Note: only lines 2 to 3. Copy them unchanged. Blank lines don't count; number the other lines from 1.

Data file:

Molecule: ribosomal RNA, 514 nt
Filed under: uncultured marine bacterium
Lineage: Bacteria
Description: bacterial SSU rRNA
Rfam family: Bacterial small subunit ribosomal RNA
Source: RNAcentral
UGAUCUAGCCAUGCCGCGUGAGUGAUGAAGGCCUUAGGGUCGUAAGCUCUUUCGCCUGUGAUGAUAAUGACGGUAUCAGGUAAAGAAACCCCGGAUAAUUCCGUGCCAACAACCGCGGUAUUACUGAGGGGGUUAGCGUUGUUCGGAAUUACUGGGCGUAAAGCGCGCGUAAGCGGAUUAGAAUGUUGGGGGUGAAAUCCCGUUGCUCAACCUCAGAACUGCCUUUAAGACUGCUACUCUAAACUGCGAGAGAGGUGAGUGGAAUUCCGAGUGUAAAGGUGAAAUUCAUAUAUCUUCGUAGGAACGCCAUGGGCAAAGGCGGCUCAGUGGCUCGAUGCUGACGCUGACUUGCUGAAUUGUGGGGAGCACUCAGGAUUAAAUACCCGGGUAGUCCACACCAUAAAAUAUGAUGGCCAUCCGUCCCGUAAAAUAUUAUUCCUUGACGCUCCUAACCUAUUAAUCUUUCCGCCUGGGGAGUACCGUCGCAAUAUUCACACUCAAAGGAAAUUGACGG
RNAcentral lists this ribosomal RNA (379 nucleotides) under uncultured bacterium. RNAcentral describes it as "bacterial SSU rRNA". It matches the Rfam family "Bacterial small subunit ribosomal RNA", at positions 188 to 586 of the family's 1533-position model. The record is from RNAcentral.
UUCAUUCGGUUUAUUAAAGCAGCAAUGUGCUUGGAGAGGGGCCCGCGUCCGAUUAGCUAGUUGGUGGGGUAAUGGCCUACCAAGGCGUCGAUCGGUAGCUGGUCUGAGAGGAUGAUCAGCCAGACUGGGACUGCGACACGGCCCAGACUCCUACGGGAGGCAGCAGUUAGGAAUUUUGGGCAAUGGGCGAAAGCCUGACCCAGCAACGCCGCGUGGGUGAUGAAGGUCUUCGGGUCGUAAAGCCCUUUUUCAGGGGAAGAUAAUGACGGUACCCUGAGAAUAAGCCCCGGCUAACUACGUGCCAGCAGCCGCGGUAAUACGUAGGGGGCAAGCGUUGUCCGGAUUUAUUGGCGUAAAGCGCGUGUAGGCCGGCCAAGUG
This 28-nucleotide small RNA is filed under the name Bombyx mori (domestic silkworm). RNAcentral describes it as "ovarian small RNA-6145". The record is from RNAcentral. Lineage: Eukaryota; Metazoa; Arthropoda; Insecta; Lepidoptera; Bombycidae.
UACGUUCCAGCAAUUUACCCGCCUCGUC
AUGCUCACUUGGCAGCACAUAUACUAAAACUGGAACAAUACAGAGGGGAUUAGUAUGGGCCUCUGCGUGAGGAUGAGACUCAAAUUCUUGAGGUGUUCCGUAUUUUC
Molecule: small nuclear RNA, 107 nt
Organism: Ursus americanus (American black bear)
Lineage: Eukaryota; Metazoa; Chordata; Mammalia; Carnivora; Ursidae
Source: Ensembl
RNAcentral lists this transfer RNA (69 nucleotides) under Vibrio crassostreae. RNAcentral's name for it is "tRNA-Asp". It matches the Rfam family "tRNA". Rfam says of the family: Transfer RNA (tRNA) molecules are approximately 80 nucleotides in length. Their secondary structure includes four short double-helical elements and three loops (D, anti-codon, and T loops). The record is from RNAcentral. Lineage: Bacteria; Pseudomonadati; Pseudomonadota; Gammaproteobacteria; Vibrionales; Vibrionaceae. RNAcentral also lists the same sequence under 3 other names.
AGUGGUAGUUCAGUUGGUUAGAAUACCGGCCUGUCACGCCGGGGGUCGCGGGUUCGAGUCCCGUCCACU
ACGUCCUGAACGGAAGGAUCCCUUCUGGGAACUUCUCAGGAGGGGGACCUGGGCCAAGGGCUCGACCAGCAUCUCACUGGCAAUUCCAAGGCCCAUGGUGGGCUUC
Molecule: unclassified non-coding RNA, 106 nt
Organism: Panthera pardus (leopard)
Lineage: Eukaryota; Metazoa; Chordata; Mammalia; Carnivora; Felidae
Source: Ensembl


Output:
Filed under: uncultured marine bacterium
Lineage: Bacteria